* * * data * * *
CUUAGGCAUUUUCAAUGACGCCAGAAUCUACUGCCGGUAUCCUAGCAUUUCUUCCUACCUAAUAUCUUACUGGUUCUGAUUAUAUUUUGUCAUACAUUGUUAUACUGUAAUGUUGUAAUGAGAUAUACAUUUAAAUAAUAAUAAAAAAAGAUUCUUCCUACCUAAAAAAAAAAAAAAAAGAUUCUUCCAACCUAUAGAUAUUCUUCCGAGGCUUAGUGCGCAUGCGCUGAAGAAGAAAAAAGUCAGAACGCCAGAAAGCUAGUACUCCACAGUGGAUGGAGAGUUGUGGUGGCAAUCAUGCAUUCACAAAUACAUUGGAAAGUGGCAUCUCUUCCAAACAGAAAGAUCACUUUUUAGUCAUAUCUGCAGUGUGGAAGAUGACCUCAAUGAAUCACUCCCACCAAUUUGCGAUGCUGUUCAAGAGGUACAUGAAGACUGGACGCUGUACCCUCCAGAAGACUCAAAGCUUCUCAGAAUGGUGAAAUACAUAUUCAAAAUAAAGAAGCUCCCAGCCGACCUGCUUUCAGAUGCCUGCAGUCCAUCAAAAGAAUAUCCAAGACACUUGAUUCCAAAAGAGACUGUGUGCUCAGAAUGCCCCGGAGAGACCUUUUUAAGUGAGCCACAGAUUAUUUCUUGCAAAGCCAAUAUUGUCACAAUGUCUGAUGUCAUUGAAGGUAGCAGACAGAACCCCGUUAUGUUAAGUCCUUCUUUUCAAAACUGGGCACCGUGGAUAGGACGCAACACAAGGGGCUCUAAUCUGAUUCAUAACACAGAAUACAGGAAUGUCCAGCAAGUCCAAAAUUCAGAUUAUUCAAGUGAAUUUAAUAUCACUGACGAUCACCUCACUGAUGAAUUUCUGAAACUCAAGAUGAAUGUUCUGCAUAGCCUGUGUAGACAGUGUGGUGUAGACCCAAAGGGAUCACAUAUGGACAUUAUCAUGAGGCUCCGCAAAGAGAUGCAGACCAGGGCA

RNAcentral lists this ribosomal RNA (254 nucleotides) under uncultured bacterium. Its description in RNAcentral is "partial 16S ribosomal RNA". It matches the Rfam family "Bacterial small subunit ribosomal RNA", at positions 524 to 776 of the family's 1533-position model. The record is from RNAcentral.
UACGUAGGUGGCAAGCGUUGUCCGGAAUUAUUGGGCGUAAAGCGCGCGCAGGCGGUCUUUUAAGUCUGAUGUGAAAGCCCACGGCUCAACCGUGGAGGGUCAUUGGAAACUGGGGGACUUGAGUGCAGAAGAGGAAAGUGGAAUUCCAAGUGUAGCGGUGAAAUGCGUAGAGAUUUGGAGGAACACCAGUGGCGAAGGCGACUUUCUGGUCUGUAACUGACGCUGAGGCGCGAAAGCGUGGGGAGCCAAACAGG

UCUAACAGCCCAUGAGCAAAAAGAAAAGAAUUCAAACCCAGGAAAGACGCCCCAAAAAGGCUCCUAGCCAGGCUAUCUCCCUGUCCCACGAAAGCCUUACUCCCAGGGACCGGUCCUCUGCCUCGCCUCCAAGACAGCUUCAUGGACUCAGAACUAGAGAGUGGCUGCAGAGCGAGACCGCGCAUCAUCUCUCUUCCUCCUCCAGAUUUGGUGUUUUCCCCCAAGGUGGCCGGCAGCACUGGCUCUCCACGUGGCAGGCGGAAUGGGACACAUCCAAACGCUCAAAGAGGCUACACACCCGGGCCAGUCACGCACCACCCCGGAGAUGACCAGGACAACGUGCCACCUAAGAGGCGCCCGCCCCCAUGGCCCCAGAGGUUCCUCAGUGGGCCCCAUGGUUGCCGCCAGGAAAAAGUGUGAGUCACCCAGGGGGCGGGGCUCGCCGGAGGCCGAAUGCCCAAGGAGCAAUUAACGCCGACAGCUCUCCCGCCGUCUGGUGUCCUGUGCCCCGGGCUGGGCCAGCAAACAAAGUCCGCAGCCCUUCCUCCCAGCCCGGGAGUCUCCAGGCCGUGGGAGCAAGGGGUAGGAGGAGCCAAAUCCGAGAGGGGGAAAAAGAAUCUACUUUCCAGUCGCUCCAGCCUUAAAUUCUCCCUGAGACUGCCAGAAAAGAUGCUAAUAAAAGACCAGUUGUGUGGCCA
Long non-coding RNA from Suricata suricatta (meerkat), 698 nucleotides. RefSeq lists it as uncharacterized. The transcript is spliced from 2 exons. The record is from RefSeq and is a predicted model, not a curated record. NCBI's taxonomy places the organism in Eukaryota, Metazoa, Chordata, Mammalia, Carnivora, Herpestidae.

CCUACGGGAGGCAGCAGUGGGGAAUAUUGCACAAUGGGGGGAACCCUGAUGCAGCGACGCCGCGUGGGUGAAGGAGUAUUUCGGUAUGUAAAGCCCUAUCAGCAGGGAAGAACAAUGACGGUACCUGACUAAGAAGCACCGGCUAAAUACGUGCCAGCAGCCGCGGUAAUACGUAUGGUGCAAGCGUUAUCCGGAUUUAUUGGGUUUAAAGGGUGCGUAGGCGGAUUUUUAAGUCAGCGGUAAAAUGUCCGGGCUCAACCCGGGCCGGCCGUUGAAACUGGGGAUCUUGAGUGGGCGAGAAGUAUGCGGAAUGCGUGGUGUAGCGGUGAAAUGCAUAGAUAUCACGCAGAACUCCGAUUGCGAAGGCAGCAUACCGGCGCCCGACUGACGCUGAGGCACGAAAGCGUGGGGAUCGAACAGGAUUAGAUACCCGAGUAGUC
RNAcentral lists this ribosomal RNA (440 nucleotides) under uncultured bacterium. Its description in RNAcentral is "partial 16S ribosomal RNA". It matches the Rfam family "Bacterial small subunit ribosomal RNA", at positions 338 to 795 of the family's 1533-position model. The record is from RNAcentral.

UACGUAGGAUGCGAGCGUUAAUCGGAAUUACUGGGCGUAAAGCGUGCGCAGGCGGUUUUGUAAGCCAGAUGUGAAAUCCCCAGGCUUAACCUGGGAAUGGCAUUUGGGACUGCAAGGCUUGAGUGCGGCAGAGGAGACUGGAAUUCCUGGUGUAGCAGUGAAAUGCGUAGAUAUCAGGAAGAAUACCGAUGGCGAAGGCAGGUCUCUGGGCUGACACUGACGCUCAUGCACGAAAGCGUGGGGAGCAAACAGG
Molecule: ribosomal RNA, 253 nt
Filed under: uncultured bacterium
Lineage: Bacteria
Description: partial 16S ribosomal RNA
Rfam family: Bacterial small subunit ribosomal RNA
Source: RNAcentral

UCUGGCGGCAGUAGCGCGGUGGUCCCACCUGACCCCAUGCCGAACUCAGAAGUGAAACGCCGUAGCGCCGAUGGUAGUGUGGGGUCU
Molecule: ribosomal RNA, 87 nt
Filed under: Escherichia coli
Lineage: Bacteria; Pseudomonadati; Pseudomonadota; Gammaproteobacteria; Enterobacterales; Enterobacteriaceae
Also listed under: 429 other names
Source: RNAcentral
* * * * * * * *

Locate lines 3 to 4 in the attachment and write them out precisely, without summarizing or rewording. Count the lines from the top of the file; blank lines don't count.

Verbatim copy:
UACGUAGGUGGCAAGCGUUGUCCGGAAUUAUUGGGCGUAAAGCGCGCGCAGGCGGUCUUUUAAGUCUGAUGUGAAAGCCCACGGCUCAACCGUGGAGGGUCAUUGGAAACUGGGGGACUUGAGUGCAGAAGAGGAAAGUGGAAUUCCAAGUGUAGCGGUGAAAUGCGUAGAGAUUUGGAGGAACACCAGUGGCGAAGGCGACUUUCUGGUCUGUAACUGACGCUGAGGCGCGAAAGCGUGGGGAGCCAAACAGG

UCUAACAGCCCAUGAGCAAAAAGAAAAGAAUUCAAACCCAGGAAAGACGCCCCAAAAAGGCUCCUAGCCAGGCUAUCUCCCUGUCCCACGAAAGCCUUACUCCCAGGGACCGGUCCUCUGCCUCGCCUCCAAGACAGCUUCAUGGACUCAGAACUAGAGAGUGGCUGCAGAGCGAGACCGCGCAUCAUCUCUCUUCCUCCUCCAGAUUUGGUGUUUUCCCCCAAGGUGGCCGGCAGCACUGGCUCUCCACGUGGCAGGCGGAAUGGGACACAUCCAAACGCUCAAAGAGGCUACACACCCGGGCCAGUCACGCACCACCCCGGAGAUGACCAGGACAACGUGCCACCUAAGAGGCGCCCGCCCCCAUGGCCCCAGAGGUUCCUCAGUGGGCCCCAUGGUUGCCGCCAGGAAAAAGUGUGAGUCACCCAGGGGGCGGGGCUCGCCGGAGGCCGAAUGCCCAAGGAGCAAUUAACGCCGACAGCUCUCCCGCCGUCUGGUGUCCUGUGCCCCGGGCUGGGCCAGCAAACAAAGUCCGCAGCCCUUCCUCCCAGCCCGGGAGUCUCCAGGCCGUGGGAGCAAGGGGUAGGAGGAGCCAAAUCCGAGAGGGGGAAAAAGAAUCUACUUUCCAGUCGCUCCAGCCUUAAAUUCUCCCUGAGACUGCCAGAAAAGAUGCUAAUAAAAGACCAGUUGUGUGGCCA